Jeannette Betancourt's work manifests a double and acute sensitivity, both for the forms and for the problems that afflict our society. With solid training as a sculptor, it is not enough for her to indulge in the sensitive play of forms, but it is necessary for her to interweave and involve her practice with the historical moment, but without losing sight of the fact that any reflection or commitment must be made through the material conformation of the work. Images do not convince, they seduce; if anything characterizes Jeannette's work, it is that images are not accessories but indispensable to the reflection she intends to provoke. We have, then, a work that moves in two complementary registers without restricting or sacrificing any of them.
At first sight, Jeannette's work seems to appeal to mere aesthetic delectation, but this is denied when reading the titles of her pieces, which serve as a detonating agent of unforeseen readings, demanding a different attitude from the spectator. By breaking the merely formal expectations, the pieces throw us into an uncertain space where in order not to be deceived we have to be very alert; an attitude that Jeannette seems to indicate should be extended to everyday life where deceptions multiply in the agenda of corporations, politicians, and media that manipulate our minds and desires. But the title is only an initial indicator because the material conformation of the pieces is also full of tricks and traps where nothing is what it seems.
The natural and the human are in constant opposition and conflict in his work. The act, apparently simple and very usual in artistic practice, of giving an organization to natural elements has in this context a metaphorical dimension: to speak of the traces that human activity has left on the Earth, a concern that is present in all his work. The mere artistic act of shaping an object becomes problematic because it is also part of a culture that has made exploitation and devastation its calling card. It is one and the same culture that created that entelechy of beautiful forms and that which colonized and oppressed other cultures throughout the length and breadth of the planet; and this painful awareness permeates the entire work, making it a way -sometimes desperate- of stating that the separation and distancing from the rest of beings and things in that apparently heroic and foundational act of our culture of assuming oneself as a free and self-determined subject, eager for knowledge -cogito ergo... boom! (1)-, is the touchstone where the current exploitation and devastation is rooted.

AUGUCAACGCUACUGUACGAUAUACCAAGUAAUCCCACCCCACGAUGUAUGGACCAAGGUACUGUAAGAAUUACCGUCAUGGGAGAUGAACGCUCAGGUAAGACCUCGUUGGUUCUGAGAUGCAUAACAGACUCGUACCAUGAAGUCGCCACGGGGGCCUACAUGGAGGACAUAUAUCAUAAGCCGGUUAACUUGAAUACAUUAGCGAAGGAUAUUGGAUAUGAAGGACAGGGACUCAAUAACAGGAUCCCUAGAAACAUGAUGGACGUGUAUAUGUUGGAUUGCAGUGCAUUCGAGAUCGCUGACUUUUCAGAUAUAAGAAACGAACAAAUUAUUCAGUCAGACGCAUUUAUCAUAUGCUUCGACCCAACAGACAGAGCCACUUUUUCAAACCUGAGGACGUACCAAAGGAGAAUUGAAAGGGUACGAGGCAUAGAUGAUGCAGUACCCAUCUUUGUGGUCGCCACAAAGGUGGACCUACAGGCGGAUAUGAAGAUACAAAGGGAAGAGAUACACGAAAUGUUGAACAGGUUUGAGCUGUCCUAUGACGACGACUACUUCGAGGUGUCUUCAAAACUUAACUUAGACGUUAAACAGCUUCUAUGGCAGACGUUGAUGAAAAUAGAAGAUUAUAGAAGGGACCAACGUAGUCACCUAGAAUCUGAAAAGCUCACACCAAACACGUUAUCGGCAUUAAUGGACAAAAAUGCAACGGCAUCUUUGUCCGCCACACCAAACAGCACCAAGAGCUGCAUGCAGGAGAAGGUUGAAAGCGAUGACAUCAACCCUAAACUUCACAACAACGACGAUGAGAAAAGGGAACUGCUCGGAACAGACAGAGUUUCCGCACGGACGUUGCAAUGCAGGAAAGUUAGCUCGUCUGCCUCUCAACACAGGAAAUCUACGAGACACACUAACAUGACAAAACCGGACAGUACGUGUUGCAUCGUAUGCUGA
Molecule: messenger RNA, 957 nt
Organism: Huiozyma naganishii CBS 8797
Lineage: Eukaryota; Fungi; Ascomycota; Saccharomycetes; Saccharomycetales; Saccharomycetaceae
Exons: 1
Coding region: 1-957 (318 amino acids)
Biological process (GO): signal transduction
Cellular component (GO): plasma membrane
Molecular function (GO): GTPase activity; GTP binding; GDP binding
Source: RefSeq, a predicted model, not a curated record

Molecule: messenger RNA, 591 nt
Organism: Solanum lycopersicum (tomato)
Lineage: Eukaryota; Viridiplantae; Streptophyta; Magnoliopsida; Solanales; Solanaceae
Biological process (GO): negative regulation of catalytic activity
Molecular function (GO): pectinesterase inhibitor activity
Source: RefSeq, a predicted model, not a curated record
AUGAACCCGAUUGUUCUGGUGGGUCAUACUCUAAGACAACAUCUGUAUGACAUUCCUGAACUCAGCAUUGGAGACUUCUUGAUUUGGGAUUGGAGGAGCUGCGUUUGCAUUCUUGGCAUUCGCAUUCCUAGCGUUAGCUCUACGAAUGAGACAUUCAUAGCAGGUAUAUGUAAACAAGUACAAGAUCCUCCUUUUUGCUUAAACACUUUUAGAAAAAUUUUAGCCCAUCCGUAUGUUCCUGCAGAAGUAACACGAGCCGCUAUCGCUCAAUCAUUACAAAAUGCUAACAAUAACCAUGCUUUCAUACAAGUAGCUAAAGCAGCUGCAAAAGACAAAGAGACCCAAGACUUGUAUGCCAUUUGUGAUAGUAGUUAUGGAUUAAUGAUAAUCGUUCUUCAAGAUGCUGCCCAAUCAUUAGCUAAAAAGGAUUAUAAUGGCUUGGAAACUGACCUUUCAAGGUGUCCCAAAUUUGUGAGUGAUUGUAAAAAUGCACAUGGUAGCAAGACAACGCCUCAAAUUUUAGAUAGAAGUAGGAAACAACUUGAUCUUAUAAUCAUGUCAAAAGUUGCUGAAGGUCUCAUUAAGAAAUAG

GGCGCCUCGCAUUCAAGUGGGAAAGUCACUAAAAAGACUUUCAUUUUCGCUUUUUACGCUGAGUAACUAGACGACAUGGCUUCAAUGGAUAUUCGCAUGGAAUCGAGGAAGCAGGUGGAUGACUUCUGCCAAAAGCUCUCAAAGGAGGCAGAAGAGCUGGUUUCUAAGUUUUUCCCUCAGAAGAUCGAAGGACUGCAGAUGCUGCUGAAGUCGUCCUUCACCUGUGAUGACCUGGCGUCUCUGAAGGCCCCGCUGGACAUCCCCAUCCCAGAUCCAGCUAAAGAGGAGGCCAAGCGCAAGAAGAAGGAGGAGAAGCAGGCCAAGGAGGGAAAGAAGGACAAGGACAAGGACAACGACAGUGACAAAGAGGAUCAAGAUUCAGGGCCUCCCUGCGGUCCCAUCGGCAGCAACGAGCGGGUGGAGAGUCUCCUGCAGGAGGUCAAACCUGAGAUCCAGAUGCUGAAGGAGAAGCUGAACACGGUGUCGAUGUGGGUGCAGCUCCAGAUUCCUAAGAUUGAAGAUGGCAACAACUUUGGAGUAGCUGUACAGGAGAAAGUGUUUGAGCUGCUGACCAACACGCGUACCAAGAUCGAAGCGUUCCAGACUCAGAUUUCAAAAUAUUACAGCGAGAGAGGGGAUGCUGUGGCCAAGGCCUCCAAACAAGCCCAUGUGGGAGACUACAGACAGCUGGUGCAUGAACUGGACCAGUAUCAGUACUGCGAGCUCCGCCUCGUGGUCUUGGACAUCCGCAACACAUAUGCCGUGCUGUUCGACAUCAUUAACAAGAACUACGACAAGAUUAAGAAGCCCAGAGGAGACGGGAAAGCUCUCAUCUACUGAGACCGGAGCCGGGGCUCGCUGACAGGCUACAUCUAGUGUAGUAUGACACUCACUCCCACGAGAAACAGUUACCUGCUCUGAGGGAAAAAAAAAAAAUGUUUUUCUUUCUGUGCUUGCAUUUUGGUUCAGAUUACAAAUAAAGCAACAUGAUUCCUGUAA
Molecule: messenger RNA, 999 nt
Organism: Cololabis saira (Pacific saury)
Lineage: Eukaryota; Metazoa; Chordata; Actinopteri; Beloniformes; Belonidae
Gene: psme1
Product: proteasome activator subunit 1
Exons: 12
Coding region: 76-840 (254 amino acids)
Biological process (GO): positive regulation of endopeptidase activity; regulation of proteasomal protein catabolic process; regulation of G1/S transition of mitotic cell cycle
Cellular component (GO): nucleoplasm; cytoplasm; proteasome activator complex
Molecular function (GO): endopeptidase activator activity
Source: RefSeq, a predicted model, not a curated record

Belonging to a culture provides individuals with a sphere of certainty for organizing social life. Far from the integrating process of worldviews in the original cultures of America, Western Eurocentric culture and its voluntarist daring replaced belief systems with the establishment of rational principles for the organization of life. That which we call the West carries with it, then, a primordial, fatal rootlessness that permanently undermines the construction of a world. Jeannette Betancourt's work is part of the trend of contemporary art to open uncomfortable questions or point out unpleasant realities, but while most artists focus on the visibility of the marginalized, Jeannette achieves a broader critique by pointing to the ideological core or the structuring paradigm that underhandedly constitutes the primary cause of all social problems.
In the face of a desolate panorama and in a culture that has undermined each and every one of its grips, there is nothing left but to multiply uncertainty through criticism, in the hope that in the process we will manage to build another social order. In the post-truth world, such an undertaking seems difficult or frankly suicidal, but when argumentation fails, when logic becomes murky, there is still another way to proceed: through the concreteness and specificity of images whose power of communication and conviction does not go through the usual instrumental channels. You, dear reader/spectator, are invited to this intelligent gaze, neither focused nor unidirectional, but empathetic and resonant. And not only to appreciate the works that make up this exhibition but to extend it to where it is most needed: out there.
Víctor Sánchez Villarreal
For the solo exhibition
Certitudes and Uncertainties at the Popular Art Museum, 2021.
Mexico City, Mexico.
(1) Susan Sontag, Radical Styles.